With the sun shining and early morning visitors already filling the car park, the Open Day on Day 6 of the Dunwich dig began with a promising start. Fortunately, we had an hour’s leeway between arriving on site and the start on the Open Day in which to set up (or hide yourself away at the bottom of a trench, for those feeling less talkative). First job of the day was setting up a display table in the car park by Trench 4, showing both a representative sample and the best of our finds, and helping our wonderful funders – Touching the Tide – to set up their stand. Aided by the blissful weekend weather, crowds of visitors quickly started amassing for Carenza’s hourly tour around the trenches. Largely due to being on ITV regional news the night before, we were even honoured to have some visitors who had travelled to Dunwich specifically to see the dig!
Having reached natural sand yesterday, most of the Trench 1 volunteers moved on to pastures (or digging territory) new, leaving Jess and Sarah to finish the final trench drawings and records – a process hampered by the best efforts of some moles to collapse one side of the trench. Whilst Jess and Sarah dealt admirably with this unusual problem, the rest of Trench 1 volunteers began digging through the topsoil of Trench 2 in earnest. Under the supervision of Laura, newly arrived from Cambridge that morning, Trench 2 took their archaeological mission seriously and quickly dug through the pottery rich topsoil and less find-filled subsoil only to find natural sand below.
Given the depth of archaeological deposits in the other trenches, Trench 2 was expected to be the same, yet barely went down half a metre. At least the Trench 2 team can now say they’ve managed the impressive achievement of starting and finishing a trench in one day! The excitement of archaeology comes from never knowing what you will find, and Trench 2 has shown that this previously unexplored area of the medieval town was not densely occupied; excavation is never pointless, as even an absence of archaeology tells us something.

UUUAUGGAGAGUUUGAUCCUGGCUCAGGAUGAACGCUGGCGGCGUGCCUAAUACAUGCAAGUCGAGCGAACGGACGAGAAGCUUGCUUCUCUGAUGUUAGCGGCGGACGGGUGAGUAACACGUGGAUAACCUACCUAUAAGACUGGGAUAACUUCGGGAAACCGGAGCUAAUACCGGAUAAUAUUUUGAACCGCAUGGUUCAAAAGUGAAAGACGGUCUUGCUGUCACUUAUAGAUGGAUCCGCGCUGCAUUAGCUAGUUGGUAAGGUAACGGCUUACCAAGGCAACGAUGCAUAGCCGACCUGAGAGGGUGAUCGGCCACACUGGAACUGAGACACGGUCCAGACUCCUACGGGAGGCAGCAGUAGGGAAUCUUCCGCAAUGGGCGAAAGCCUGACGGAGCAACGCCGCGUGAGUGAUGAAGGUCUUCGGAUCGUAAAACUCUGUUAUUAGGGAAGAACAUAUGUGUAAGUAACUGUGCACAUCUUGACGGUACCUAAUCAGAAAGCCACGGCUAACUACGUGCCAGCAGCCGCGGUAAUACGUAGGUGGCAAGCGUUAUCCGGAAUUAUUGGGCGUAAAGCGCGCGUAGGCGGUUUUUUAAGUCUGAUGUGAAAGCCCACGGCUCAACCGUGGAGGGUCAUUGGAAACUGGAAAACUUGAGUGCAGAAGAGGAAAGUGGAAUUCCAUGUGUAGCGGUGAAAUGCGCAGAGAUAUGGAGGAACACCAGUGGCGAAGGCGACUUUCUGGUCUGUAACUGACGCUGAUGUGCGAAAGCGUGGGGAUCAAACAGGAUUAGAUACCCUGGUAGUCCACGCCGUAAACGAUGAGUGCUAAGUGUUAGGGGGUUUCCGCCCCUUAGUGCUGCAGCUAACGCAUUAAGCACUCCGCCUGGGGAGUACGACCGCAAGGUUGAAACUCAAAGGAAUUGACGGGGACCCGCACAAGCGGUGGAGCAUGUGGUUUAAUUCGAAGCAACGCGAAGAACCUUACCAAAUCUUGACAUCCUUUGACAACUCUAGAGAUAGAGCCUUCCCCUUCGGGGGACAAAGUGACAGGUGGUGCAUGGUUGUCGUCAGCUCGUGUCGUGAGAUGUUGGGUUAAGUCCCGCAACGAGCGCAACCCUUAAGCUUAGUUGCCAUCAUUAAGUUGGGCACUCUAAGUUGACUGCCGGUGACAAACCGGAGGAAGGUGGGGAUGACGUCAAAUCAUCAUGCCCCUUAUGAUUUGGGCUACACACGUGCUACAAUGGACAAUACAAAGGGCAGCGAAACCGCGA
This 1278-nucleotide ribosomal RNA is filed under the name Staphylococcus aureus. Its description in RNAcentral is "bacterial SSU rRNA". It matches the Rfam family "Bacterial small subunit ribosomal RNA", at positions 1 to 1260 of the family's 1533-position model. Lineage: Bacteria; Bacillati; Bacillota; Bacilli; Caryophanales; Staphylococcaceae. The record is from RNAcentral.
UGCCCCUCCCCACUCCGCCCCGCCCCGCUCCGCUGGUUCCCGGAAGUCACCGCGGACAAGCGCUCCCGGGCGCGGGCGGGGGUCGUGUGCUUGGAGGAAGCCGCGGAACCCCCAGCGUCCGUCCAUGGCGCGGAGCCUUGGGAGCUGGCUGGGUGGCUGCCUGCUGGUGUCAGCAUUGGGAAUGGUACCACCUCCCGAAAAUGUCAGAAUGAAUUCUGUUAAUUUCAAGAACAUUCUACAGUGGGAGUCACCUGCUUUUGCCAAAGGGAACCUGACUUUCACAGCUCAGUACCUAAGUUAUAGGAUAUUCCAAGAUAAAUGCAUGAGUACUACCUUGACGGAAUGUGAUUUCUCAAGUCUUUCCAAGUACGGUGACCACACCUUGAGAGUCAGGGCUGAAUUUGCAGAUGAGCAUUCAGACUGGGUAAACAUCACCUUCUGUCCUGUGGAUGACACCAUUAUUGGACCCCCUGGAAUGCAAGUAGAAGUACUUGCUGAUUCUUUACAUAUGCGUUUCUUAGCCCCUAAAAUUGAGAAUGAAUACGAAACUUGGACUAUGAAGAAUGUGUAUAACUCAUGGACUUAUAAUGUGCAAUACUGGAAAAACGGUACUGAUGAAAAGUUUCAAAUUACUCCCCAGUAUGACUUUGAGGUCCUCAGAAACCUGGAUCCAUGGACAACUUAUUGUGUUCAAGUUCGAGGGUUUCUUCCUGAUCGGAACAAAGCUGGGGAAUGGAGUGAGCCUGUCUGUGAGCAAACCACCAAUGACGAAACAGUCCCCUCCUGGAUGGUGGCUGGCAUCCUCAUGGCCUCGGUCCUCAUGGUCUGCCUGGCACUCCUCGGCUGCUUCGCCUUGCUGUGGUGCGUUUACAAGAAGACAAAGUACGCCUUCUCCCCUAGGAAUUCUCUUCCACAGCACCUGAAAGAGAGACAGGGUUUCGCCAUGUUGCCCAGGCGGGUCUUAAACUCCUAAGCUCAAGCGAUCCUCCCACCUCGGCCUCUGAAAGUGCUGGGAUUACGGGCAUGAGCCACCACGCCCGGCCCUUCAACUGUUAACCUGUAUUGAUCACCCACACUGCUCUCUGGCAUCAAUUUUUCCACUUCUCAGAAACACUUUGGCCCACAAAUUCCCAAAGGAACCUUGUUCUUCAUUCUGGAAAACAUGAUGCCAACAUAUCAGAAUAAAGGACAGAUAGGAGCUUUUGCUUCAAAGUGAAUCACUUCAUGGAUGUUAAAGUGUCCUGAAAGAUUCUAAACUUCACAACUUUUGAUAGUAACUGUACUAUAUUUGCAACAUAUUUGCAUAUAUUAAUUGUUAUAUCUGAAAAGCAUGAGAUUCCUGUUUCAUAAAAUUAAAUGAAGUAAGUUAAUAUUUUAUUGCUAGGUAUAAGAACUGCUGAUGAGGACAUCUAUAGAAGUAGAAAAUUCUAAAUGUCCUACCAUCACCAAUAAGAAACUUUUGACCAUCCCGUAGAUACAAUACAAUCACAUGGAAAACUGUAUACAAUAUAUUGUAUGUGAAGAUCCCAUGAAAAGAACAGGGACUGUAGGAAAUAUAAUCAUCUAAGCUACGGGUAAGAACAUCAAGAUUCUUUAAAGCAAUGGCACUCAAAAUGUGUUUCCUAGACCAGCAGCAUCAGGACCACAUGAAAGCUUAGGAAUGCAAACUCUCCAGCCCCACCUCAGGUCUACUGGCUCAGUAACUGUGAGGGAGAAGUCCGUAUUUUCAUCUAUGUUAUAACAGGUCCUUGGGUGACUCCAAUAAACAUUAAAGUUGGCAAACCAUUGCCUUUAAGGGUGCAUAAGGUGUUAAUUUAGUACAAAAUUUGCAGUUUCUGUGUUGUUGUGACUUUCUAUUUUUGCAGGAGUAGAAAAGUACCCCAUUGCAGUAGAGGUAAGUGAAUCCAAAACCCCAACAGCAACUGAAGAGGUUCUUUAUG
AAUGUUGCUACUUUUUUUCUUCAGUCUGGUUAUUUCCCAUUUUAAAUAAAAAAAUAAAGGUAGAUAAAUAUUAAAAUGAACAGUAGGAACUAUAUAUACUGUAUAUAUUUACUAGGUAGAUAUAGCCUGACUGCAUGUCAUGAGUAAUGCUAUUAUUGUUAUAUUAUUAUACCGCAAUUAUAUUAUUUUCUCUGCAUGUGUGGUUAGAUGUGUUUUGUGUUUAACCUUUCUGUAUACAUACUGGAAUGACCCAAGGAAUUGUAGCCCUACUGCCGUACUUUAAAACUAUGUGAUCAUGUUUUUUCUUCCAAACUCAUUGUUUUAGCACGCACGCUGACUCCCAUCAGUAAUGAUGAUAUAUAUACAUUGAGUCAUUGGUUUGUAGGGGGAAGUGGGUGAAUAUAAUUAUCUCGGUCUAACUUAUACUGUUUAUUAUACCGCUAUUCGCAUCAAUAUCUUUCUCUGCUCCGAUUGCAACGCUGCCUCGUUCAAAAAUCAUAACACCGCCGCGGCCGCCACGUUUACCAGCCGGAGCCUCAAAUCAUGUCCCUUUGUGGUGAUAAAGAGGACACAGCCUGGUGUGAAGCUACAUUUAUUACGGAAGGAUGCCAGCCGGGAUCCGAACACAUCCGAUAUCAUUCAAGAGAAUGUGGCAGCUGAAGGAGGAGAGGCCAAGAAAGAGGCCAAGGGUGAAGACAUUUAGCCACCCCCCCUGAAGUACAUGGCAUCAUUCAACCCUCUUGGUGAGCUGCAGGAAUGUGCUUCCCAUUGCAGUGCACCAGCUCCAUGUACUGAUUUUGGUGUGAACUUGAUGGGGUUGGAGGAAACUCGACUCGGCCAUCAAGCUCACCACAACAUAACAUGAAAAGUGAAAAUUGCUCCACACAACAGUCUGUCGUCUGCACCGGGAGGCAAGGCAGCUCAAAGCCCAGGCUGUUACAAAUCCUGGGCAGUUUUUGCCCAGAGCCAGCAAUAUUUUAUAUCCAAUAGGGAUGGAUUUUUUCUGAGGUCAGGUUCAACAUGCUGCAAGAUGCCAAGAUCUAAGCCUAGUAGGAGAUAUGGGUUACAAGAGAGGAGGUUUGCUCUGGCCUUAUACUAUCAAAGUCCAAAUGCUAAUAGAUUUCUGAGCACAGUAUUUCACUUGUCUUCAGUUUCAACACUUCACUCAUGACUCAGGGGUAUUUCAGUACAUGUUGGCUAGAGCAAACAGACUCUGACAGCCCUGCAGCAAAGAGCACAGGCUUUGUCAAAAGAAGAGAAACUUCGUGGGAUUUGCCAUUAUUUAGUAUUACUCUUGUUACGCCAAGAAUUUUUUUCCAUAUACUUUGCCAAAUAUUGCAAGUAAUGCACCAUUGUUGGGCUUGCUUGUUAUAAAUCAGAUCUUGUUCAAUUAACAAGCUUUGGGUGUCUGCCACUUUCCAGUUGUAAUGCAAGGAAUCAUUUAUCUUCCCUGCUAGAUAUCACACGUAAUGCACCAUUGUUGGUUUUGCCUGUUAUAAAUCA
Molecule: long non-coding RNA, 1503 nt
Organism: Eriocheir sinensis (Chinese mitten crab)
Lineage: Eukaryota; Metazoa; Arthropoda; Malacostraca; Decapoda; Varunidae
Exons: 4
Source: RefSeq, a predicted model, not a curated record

Continuing with the discovery of natural sand, John’s Trench 3 along the continuation of St. James’s Street exposed more of the compacted clay layer south of the road, revealing that it is probably a medieval floor surface. Digging through the clay, including a thin layer of burnt clay, the deposit underneath was found to contain comparatively less pottery and of an earlier date than that seen higher up. Predominately dating to the 11th and 12th centuries, the pottery suggests this context relates to occupation at Dunwich from around the time of the Norman Conquest and Doomsday (which is the first undisputed record of a settlement here). Not to feel left out, the next layer Trench 3 hit was natural sand, meaning that this trench can also been recorded and finished now; although there were muttering of a small extension tomorrow, going further across the road…
To return to the busy Trench 4, added excitement came mid-morning with the realisation that the sandy sections are now in need to shoring, due to the considerable depth reached by a lot of speedy digging. Slot B didn’t quite reach the sandy layer seen in slot A, so there is no update yet on whether the stakeholes found yesterday continue between the two. However, a lot of medieval finds are still coming up, suggesting that oysters, fish, cattle and sheep were popular food sources.
In terms of the Open Day, judging by our visitors’ book and the enormous size of Carenza’s five tours, we reckon the Dunwich dig had at least 300 visitors across the day (if not more!). It was wonderful to be able to share our finds and the archaeology of Dunwich with so many visitors and great to see how much our heritage matters to people, regardless of whether living nearby or far afield. We hope everyone enjoyed the Open Day as much as we did!